Ukraine: “Children are facing many issues in Europe’s forgotten war”
It’s already four years since the conflict in Eastern Ukraine started. Although it is less present in the news, the situation is far from resolved. More than 54,000 children live in areas where the sound of shootings and bombs is a part of their reality, observes Nikita Kovchuga, Tdh Child Protection Field Officer in Ukraine. An interview.
How do you personally live the crisis?
Two years ago I had a choice. To stay in Spain after my social internship or to come back to my home country, Ukraine, which was facing the second year of war in my native region – Donbass. I had chosen to come back. I couldn’t step aside from what was happening in my homeland. I felt like I have to do something to level the consequences of the horrible events that were happening. Even though there were moments when my life was in danger, when I had to hide in the basement because of shelling, when bullets were falling near my legs during cross-fire, I have remained dedicated to my mission.
Can you describe the current situation in the country?
As hopes of a political solution have waned, so have people’s savings and their ability to cope. Four years into the crisis, millions of people, including 1.6 million internally displaced persons are forced to make impossible choices between food, medicine, shelter, heating or their children’s education.
According to the United Nations Development Program, about 60 percent of Ukrainians live below the poverty line. 4.4 million people are affected by the crisis, most of whom require humanitarian assistance. The shelling affects the majority of the people living along the 457-kilometre ‘contact line’ regularly.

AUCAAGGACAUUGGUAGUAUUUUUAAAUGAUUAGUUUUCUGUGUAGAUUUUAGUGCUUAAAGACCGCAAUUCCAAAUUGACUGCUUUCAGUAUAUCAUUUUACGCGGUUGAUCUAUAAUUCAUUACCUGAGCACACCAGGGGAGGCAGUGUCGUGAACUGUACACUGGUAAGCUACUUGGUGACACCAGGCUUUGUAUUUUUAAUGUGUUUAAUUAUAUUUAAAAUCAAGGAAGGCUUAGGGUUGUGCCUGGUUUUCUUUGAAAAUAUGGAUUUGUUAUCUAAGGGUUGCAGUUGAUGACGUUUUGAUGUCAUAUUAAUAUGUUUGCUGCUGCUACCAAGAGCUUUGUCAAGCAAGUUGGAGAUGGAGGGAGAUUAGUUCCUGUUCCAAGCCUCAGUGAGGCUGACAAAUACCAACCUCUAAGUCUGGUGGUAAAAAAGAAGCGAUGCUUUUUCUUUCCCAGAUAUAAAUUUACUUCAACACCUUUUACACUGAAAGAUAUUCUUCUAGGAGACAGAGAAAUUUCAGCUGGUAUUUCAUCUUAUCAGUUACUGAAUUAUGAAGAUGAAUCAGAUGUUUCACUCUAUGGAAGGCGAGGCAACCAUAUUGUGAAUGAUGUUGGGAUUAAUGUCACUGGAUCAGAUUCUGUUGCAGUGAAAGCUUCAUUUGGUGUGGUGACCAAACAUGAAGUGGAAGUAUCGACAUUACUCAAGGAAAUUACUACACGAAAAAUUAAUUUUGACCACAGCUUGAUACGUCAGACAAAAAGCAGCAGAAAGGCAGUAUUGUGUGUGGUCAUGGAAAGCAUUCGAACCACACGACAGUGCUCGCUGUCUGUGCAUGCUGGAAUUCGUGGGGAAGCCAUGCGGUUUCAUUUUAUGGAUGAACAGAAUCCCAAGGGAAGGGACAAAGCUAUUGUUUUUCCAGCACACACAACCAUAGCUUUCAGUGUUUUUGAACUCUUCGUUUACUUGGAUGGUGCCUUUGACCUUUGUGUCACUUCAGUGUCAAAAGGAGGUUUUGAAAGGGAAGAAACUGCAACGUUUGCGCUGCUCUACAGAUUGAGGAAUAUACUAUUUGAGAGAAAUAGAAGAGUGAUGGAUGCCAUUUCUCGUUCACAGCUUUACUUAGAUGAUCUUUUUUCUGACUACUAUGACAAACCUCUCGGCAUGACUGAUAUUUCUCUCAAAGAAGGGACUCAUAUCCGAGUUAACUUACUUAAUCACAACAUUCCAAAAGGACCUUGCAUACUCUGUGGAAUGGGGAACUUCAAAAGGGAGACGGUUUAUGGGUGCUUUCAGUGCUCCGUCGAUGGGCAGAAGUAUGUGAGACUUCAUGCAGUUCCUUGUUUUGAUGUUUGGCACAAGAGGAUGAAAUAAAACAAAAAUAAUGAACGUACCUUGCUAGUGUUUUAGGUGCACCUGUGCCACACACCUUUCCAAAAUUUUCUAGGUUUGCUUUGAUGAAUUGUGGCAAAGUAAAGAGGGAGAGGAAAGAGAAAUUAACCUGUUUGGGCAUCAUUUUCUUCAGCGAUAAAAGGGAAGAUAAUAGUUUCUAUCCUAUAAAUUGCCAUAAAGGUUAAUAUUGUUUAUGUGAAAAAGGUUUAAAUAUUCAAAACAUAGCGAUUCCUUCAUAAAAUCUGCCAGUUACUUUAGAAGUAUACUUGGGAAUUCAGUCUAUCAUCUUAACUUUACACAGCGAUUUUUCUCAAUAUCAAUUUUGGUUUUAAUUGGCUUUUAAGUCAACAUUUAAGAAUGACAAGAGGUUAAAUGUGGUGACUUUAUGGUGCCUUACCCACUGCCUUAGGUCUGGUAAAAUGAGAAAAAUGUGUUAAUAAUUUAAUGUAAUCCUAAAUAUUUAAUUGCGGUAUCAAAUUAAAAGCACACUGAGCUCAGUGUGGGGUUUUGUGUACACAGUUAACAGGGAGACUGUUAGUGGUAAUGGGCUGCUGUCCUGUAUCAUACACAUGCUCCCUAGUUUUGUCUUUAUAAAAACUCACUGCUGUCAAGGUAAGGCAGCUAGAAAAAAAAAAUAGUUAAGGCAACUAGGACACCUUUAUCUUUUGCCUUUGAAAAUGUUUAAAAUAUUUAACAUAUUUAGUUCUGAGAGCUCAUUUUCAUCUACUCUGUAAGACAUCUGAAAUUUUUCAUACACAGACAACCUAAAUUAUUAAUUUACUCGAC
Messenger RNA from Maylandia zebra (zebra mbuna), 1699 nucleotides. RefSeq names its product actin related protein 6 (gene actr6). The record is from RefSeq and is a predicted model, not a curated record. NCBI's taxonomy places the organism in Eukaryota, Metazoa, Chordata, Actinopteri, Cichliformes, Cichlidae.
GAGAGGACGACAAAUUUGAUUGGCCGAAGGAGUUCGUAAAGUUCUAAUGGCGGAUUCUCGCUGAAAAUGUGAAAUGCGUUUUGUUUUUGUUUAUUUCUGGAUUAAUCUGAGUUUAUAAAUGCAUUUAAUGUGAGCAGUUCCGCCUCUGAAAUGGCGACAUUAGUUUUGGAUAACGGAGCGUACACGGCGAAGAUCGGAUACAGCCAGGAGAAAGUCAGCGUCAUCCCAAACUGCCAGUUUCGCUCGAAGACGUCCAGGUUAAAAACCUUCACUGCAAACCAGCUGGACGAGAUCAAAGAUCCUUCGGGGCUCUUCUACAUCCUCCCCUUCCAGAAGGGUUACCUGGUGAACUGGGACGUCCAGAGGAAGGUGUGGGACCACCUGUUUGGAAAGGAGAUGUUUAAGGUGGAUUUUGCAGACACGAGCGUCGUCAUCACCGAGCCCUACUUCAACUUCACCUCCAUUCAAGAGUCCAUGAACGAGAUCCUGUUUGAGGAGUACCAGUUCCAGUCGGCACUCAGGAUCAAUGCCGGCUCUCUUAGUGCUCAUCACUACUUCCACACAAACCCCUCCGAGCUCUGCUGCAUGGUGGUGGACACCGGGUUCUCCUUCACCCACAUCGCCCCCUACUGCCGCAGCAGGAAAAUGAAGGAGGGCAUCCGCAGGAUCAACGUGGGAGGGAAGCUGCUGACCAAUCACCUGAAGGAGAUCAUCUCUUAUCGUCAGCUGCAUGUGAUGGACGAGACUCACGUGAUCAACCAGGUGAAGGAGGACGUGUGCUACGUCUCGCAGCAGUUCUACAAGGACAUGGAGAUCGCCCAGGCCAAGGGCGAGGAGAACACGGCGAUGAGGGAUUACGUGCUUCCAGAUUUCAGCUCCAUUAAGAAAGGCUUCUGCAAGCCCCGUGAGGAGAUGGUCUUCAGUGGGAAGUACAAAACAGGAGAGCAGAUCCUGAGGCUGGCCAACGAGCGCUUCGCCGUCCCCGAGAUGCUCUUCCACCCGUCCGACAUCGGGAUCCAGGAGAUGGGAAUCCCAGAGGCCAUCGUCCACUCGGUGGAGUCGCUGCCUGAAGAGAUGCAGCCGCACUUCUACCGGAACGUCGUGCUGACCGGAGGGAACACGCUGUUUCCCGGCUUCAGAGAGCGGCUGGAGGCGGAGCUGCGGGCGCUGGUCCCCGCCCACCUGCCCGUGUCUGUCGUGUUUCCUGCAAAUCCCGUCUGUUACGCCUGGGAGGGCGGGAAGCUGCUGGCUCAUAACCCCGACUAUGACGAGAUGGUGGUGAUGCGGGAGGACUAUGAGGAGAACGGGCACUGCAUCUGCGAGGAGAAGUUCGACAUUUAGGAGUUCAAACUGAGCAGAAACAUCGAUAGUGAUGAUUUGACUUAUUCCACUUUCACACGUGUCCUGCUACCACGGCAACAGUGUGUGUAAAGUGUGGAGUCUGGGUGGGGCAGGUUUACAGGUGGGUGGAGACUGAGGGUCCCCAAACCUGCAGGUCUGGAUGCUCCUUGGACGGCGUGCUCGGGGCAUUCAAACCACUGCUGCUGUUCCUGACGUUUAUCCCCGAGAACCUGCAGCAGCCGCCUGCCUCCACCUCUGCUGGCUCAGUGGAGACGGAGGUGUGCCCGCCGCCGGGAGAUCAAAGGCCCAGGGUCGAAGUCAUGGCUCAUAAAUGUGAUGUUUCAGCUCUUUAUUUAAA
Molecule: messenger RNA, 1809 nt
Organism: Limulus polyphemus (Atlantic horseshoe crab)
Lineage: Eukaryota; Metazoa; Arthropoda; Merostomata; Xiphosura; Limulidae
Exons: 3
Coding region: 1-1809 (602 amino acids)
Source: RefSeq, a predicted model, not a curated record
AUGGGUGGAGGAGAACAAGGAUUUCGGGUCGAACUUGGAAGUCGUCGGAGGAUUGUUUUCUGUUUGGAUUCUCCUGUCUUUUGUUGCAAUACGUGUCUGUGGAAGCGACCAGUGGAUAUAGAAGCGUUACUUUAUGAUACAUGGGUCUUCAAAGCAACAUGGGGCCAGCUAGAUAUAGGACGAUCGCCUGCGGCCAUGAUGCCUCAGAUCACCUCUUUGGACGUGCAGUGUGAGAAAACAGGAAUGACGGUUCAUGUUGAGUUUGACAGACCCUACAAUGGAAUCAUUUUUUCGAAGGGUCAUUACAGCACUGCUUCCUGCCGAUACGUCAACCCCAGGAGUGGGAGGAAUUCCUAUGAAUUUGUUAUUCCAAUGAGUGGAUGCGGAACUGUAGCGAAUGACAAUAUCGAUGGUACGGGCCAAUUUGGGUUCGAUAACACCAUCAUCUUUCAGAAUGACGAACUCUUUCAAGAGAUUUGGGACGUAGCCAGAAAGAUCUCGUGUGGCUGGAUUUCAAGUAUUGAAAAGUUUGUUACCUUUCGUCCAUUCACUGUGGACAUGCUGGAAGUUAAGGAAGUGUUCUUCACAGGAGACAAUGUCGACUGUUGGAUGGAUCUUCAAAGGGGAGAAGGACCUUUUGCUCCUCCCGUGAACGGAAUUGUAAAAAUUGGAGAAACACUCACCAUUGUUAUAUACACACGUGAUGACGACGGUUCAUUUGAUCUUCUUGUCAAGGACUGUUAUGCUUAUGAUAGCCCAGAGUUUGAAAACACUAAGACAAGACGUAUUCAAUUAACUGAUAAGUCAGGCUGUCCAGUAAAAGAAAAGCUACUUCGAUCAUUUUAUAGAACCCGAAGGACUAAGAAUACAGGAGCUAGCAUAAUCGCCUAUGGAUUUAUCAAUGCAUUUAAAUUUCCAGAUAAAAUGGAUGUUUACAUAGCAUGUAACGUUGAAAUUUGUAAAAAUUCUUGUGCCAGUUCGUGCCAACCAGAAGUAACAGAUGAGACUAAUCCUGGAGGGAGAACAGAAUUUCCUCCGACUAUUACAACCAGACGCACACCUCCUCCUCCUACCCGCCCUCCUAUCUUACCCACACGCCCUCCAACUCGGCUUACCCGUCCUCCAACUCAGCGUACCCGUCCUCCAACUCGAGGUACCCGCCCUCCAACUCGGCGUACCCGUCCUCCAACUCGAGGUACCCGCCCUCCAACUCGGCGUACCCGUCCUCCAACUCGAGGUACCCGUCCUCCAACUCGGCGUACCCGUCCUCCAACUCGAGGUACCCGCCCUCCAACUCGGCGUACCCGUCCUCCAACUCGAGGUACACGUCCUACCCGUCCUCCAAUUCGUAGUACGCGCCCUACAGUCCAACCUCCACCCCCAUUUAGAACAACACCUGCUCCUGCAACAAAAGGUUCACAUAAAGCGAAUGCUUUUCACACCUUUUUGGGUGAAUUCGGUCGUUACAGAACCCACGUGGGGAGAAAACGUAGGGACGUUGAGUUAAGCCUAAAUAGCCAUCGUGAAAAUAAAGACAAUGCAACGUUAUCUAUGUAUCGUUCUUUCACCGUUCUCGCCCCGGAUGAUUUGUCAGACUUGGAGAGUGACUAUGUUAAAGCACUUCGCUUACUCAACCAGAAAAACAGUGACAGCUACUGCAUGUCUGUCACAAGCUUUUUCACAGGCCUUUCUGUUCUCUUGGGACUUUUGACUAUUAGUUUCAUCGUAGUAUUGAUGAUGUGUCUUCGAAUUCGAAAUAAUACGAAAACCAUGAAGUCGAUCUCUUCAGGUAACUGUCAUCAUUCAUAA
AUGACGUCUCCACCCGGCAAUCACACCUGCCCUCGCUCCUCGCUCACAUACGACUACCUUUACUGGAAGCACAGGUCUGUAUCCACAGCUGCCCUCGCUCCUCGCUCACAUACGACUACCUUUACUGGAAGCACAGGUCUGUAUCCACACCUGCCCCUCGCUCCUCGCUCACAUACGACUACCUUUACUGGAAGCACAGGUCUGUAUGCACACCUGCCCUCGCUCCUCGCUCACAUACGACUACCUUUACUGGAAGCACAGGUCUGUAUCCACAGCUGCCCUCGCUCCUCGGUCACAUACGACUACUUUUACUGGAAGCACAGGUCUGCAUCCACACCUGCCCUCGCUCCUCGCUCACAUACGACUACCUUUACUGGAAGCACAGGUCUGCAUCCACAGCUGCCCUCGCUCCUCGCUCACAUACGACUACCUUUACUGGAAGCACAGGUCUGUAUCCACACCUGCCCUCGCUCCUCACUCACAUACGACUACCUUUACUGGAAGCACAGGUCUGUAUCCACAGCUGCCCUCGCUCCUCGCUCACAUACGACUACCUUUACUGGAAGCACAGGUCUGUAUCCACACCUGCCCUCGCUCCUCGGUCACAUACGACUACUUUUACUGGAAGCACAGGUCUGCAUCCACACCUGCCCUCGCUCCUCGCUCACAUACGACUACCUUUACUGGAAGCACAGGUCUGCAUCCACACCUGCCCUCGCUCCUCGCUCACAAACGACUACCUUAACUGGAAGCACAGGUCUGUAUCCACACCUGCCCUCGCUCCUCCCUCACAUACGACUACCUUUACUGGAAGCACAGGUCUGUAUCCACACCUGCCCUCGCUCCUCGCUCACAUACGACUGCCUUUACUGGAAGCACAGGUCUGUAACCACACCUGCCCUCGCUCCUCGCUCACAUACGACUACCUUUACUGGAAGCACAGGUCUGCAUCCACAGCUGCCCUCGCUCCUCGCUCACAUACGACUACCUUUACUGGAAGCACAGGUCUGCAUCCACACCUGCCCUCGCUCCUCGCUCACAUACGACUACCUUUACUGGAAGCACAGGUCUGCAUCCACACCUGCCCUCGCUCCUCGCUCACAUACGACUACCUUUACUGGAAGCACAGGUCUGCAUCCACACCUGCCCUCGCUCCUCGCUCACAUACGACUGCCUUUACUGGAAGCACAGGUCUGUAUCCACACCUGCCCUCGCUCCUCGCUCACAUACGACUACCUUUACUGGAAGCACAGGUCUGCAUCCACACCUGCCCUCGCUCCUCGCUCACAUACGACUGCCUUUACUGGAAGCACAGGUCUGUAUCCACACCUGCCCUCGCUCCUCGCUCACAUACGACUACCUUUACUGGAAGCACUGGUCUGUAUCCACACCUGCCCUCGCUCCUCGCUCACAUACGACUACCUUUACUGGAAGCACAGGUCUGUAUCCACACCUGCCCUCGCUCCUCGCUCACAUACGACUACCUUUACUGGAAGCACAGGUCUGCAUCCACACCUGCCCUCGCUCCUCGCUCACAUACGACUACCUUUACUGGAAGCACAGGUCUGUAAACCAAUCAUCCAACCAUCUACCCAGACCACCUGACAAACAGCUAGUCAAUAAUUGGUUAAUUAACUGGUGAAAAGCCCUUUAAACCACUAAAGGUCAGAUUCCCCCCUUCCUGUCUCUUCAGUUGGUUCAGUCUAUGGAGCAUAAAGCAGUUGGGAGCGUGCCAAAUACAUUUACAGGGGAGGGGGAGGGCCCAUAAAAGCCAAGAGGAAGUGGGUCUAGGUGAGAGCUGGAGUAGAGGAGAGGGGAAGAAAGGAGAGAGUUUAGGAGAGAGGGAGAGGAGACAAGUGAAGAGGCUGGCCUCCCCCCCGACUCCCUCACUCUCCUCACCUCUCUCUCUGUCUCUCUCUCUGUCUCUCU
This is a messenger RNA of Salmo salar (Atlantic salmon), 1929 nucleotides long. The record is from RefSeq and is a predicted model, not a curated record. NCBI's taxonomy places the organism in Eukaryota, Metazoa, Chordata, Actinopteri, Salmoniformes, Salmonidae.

What are the main challenges for children?
Children are facing many issues in Europe’s forgotten war. There are thousands of children who live in places with monthly and weekly shelling. Hundreds of them are forced to spend substantial time in makeshift bomb shelters. According to the 2017 UNICEF report “Children of the contact line in East Ukraine”, psychological distress among children remains one of the main issues in Eastern Ukraine.
How is Tdh helping them?
We have been supporting children and youth with psychological and social activities since 2015. Last year, we provided child-friendly spaces in 75 schools and five professional highschools in Luhansk region. Each of them is furnished with board games, books, and materials for play, creative work and sports. Tdh also trained teachers, who carried out recreational activities with more than 7000 children.
As we work in a protracted crisis context, these spaces and activities are extremely important for children. This helps them release tension and reduce feelings of fear, isolation and depression, build caring relationships, confidence and a positive outlook on life. By reinforcing their inner resources and their environment, we guarantee them better protection.
What motivates you in your job?
The position of Child Protection Field Officer is a challenge. But when I am in the field and see how children play and smile, what energy they have, it seems like they really forget what is going on around them. That is why I am so proud to do this work.
In 2017, Terre des hommes continued to provide psychosocial support, reaching more than 7000 conflict-affected children and their families in Luhansk region. The work on improving the emotional and social well-being of children and youth in this region carries on in 2018.
Nikita Kovchuga, Tdh Child Protection Field Officer in Ukraine
Photo credit: ©Tdh